Plot: The overall plot of the story, which is to respect the dead and traditions, is extremely repetitive. I appreciate didactic literature as much as anyone, but from beginning to end, you're bombarded with this idea that you have to remember your deceased loved ones, and quite frankly, I think it's too much, and I don’t agree with the book’s message. Life is for living…not remembering ancestors from hundreds of years ago. If we spent all of our time consumed by the responsibility of remember all of our dead kin, then that doesn’t leave much time for living our own lives. It also seemed like the author was particularly against the idea of moving away and leaving our deceased loved ones to rest peacefully in the ground. The moral of the story is actually a bit stifling—staying in one dead end place to be near our dead kin so that we’ll always remember them…

Conflict Resolution: I still feel like some things were unresolved. I would have liked to have known more about Bea and what became of her. I suspect this will be a series (which I will not continue reading), and it’s becoming a rather annoying habit of series writers to leave a bulk of the story unfinished because they want to carry it over to the next book, and they don’t even provide temporary solutions to certain conflicts within the story. The situation with Bea was an unresolved conflict.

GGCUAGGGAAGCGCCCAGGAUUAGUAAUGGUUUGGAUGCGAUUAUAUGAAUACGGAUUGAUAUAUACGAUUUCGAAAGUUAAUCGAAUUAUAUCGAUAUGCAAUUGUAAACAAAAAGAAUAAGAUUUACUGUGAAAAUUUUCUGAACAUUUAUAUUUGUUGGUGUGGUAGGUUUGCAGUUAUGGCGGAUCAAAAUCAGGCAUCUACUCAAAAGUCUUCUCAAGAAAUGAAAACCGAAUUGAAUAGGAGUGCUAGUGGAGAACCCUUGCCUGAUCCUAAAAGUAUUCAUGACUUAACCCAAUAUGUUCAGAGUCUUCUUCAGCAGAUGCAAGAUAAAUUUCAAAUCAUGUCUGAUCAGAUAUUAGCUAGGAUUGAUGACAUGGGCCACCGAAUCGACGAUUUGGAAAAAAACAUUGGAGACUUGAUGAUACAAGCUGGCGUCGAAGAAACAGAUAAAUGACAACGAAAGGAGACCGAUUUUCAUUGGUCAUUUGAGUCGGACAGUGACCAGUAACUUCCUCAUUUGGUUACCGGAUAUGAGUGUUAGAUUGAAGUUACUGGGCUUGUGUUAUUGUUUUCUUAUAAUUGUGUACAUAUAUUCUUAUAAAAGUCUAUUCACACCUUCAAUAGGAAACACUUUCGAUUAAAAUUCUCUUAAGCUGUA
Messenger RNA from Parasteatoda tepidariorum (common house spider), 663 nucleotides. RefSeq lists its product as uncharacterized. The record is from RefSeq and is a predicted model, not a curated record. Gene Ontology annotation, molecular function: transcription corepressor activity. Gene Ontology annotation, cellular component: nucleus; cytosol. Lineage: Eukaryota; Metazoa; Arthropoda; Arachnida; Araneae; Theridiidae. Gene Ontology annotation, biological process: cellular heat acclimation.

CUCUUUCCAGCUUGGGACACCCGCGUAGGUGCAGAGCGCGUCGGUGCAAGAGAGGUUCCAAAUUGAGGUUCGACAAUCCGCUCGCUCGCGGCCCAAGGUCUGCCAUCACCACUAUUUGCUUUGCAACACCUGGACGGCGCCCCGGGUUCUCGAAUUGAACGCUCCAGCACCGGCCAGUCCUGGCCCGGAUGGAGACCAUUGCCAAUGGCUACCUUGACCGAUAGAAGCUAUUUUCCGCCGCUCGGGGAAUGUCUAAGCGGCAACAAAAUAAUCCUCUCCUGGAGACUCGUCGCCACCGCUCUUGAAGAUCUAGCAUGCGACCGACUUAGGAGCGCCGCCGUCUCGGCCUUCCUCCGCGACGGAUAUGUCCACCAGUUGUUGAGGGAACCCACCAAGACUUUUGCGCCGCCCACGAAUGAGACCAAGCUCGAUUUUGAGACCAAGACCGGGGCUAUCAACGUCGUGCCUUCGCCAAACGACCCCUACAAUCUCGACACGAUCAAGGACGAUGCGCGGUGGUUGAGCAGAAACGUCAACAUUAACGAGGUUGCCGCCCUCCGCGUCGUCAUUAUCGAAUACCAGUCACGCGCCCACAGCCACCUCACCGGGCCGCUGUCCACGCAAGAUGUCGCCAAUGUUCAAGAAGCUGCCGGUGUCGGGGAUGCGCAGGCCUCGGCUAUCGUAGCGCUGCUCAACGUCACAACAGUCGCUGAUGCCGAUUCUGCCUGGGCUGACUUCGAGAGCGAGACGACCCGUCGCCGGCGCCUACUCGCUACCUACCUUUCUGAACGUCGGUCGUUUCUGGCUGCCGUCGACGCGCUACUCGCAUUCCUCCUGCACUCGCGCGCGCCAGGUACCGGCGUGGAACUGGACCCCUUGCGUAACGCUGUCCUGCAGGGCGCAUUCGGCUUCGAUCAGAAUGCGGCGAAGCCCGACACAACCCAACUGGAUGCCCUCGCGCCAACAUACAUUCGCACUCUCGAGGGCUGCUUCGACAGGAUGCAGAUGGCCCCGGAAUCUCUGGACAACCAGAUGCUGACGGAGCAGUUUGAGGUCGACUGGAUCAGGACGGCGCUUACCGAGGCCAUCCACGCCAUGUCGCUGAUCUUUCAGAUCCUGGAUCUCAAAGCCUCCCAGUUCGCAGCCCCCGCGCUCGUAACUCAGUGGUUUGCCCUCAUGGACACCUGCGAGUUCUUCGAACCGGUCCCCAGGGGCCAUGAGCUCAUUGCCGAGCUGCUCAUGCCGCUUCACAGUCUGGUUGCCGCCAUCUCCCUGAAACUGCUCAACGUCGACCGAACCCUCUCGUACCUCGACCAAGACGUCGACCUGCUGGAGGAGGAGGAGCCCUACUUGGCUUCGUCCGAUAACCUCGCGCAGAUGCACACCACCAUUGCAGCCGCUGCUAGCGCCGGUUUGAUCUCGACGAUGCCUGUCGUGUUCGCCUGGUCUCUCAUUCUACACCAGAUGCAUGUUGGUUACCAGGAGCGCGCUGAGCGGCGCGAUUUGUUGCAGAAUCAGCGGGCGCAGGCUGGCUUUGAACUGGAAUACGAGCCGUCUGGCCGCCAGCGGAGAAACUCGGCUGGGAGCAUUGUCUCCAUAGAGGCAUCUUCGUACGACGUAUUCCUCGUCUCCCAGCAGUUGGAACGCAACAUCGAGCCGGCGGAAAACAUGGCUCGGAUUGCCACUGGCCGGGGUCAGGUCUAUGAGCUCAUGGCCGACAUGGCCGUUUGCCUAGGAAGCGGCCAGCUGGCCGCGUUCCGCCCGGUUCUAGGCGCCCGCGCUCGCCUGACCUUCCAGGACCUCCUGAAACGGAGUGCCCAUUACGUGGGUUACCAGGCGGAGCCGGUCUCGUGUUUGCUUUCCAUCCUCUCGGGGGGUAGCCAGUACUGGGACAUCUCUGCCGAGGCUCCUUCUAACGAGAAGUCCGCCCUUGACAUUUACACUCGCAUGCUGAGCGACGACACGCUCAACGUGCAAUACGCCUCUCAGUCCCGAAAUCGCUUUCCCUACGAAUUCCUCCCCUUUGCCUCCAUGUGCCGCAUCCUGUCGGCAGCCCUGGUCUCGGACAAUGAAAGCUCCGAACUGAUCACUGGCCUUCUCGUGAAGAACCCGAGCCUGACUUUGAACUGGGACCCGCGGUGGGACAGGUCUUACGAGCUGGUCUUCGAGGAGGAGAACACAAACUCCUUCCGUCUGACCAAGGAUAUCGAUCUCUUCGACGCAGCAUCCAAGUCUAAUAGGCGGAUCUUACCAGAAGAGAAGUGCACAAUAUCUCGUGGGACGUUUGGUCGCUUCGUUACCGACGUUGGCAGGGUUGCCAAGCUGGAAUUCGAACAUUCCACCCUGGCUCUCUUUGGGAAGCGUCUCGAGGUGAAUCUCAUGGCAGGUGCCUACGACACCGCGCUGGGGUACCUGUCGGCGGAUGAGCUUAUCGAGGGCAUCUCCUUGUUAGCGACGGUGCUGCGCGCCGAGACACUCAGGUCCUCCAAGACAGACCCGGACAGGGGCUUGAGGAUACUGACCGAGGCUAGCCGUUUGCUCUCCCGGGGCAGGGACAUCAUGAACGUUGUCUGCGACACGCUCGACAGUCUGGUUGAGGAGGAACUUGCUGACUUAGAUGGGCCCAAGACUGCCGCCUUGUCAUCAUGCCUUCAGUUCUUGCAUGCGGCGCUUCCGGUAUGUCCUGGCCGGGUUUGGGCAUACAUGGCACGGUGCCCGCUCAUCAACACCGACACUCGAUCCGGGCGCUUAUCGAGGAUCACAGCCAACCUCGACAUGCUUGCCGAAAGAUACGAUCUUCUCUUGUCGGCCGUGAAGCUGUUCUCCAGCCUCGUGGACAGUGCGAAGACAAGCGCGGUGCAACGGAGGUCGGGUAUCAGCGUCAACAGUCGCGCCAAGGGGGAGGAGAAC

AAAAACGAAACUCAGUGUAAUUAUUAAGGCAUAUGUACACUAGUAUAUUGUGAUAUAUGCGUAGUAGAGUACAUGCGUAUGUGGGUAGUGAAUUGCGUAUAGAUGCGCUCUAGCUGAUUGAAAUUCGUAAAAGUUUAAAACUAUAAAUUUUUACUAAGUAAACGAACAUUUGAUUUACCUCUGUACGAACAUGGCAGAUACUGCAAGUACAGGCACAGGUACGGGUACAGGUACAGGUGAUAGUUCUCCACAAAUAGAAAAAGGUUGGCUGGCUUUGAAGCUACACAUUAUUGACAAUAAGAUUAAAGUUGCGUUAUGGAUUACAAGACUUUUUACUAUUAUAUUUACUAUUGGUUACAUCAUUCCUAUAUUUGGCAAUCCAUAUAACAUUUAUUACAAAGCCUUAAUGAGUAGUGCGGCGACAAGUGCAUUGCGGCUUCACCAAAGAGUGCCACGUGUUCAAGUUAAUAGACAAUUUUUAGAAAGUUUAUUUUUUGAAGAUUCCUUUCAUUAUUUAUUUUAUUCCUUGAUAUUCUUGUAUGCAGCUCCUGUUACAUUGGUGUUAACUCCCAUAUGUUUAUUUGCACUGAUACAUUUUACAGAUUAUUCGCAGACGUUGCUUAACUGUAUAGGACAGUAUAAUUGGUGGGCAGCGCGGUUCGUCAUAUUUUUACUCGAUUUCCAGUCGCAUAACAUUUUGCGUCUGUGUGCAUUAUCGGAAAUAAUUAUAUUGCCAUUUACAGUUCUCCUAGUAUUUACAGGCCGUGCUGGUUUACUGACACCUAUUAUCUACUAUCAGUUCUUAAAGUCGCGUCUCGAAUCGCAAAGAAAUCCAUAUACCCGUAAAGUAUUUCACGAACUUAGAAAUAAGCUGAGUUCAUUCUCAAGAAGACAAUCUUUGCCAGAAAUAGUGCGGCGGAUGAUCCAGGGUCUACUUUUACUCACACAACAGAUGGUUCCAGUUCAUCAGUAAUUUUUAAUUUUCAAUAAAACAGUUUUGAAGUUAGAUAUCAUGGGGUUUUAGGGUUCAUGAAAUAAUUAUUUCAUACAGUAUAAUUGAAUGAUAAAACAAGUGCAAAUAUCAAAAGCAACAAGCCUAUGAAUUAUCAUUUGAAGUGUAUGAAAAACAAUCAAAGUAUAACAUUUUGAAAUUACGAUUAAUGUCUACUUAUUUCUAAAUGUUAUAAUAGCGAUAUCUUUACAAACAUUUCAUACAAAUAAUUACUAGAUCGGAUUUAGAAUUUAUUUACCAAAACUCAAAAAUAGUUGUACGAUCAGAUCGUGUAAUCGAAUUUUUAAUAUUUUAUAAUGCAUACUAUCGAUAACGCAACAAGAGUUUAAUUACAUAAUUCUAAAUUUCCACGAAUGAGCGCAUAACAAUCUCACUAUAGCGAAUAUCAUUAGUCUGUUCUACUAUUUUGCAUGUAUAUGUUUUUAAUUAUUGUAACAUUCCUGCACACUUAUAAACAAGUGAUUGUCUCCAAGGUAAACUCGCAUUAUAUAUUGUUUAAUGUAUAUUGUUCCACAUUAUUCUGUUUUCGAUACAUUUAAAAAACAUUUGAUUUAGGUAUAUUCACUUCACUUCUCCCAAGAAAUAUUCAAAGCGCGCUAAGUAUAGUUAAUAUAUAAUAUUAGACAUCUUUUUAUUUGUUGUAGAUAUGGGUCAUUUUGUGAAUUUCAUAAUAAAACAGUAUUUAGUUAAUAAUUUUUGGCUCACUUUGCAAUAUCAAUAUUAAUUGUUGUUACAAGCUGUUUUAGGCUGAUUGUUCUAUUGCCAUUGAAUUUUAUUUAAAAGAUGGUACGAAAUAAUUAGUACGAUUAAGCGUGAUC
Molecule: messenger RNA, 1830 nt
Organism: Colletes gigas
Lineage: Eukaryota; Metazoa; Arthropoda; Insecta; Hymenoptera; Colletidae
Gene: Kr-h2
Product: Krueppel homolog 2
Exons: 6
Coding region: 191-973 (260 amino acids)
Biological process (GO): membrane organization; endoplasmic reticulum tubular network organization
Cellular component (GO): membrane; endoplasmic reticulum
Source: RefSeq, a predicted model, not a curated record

Miscellaneous: Silas is told by Mrs. Bowe that his father's house belongs to him too. At one point in the story, Silas absolutely has to get out of Uncle's house. He takes his belongings and roams the streets for some time because he's unsure about where to go. I'm sorry for pointing this out, but this is totally unrealistic. If you're 15 years old and someone gives you a house, you don't just forget that. You're first natural instinct would be to go to the house that you now own! Right?